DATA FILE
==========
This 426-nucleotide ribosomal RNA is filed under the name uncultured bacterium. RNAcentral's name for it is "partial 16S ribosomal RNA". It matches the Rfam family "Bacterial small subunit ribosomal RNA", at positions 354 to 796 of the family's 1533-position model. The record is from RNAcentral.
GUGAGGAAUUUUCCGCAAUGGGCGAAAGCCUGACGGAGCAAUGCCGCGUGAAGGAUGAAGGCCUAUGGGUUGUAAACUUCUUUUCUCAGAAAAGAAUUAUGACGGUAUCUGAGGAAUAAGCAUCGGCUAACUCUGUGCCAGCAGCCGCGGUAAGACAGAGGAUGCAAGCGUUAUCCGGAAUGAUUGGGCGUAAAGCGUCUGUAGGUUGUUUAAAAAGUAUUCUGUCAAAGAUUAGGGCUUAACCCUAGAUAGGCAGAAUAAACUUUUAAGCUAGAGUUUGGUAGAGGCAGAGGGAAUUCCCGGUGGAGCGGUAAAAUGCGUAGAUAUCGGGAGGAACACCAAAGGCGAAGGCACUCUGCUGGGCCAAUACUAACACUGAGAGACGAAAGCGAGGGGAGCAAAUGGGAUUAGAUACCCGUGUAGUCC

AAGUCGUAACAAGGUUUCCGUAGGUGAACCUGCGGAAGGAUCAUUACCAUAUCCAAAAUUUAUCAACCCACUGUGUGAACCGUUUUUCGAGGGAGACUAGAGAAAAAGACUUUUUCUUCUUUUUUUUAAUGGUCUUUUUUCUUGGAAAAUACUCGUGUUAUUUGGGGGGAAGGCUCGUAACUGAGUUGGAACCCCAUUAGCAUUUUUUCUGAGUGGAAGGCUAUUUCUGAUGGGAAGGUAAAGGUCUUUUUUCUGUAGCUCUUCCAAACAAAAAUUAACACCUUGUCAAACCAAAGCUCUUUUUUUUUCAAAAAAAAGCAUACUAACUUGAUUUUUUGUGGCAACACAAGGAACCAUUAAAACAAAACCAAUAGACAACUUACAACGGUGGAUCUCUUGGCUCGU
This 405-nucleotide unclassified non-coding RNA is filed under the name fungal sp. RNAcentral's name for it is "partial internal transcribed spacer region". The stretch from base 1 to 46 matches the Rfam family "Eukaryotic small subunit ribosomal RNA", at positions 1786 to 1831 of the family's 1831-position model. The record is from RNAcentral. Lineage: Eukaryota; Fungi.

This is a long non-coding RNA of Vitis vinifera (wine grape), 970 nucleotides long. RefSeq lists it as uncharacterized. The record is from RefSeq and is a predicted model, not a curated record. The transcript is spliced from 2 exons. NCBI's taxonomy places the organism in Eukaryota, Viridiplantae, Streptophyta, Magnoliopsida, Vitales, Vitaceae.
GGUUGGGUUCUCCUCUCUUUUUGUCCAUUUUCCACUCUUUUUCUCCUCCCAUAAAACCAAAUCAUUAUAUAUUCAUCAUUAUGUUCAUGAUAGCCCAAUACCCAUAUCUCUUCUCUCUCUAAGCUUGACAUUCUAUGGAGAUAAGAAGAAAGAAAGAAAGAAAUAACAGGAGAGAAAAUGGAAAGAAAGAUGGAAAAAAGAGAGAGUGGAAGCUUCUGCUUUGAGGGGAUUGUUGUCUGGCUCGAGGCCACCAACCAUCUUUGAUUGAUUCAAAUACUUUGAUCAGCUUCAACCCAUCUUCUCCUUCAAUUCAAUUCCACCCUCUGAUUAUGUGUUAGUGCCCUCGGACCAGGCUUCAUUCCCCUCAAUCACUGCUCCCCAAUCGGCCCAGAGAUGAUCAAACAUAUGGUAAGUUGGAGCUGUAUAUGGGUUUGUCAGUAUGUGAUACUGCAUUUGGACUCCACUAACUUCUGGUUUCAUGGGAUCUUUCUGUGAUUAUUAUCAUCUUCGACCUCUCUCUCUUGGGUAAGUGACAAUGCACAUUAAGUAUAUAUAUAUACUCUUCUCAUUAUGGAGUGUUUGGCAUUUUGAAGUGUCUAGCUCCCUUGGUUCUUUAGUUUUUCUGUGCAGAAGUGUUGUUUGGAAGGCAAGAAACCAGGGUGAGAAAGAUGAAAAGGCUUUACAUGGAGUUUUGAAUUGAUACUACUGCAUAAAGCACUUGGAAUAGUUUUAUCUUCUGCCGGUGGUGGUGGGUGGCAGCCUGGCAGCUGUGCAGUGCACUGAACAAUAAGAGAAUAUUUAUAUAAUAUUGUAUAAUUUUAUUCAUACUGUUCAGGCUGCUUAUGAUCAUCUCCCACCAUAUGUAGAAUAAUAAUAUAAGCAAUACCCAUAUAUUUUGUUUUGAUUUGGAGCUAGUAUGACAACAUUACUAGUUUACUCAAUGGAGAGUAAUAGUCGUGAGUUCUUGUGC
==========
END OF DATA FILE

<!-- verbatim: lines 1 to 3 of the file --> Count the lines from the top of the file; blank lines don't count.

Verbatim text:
This 426-nucleotide ribosomal RNA is filed under the name uncultured bacterium. RNAcentral's name for it is "partial 16S ribosomal RNA". It matches the Rfam family "Bacterial small subunit ribosomal RNA", at positions 354 to 796 of the family's 1533-position model. The record is from RNAcentral.
GUGAGGAAUUUUCCGCAAUGGGCGAAAGCCUGACGGAGCAAUGCCGCGUGAAGGAUGAAGGCCUAUGGGUUGUAAACUUCUUUUCUCAGAAAAGAAUUAUGACGGUAUCUGAGGAAUAAGCAUCGGCUAACUCUGUGCCAGCAGCCGCGGUAAGACAGAGGAUGCAAGCGUUAUCCGGAAUGAUUGGGCGUAAAGCGUCUGUAGGUUGUUUAAAAAGUAUUCUGUCAAAGAUUAGGGCUUAACCCUAGAUAGGCAGAAUAAACUUUUAAGCUAGAGUUUGGUAGAGGCAGAGGGAAUUCCCGGUGGAGCGGUAAAAUGCGUAGAUAUCGGGAGGAACACCAAAGGCGAAGGCACUCUGCUGGGCCAAUACUAACACUGAGAGACGAAAGCGAGGGGAGCAAAUGGGAUUAGAUACCCGUGUAGUCC

AAGUCGUAACAAGGUUUCCGUAGGUGAACCUGCGGAAGGAUCAUUACCAUAUCCAAAAUUUAUCAACCCACUGUGUGAACCGUUUUUCGAGGGAGACUAGAGAAAAAGACUUUUUCUUCUUUUUUUUAAUGGUCUUUUUUCUUGGAAAAUACUCGUGUUAUUUGGGGGGAAGGCUCGUAACUGAGUUGGAACCCCAUUAGCAUUUUUUCUGAGUGGAAGGCUAUUUCUGAUGGGAAGGUAAAGGUCUUUUUUCUGUAGCUCUUCCAAACAAAAAUUAACACCUUGUCAAACCAAAGCUCUUUUUUUUUCAAAAAAAAGCAUACUAACUUGAUUUUUUGUGGCAACACAAGGAACCAUUAAAACAAAACCAAUAGACAACUUACAACGGUGGAUCUCUUGGCUCGU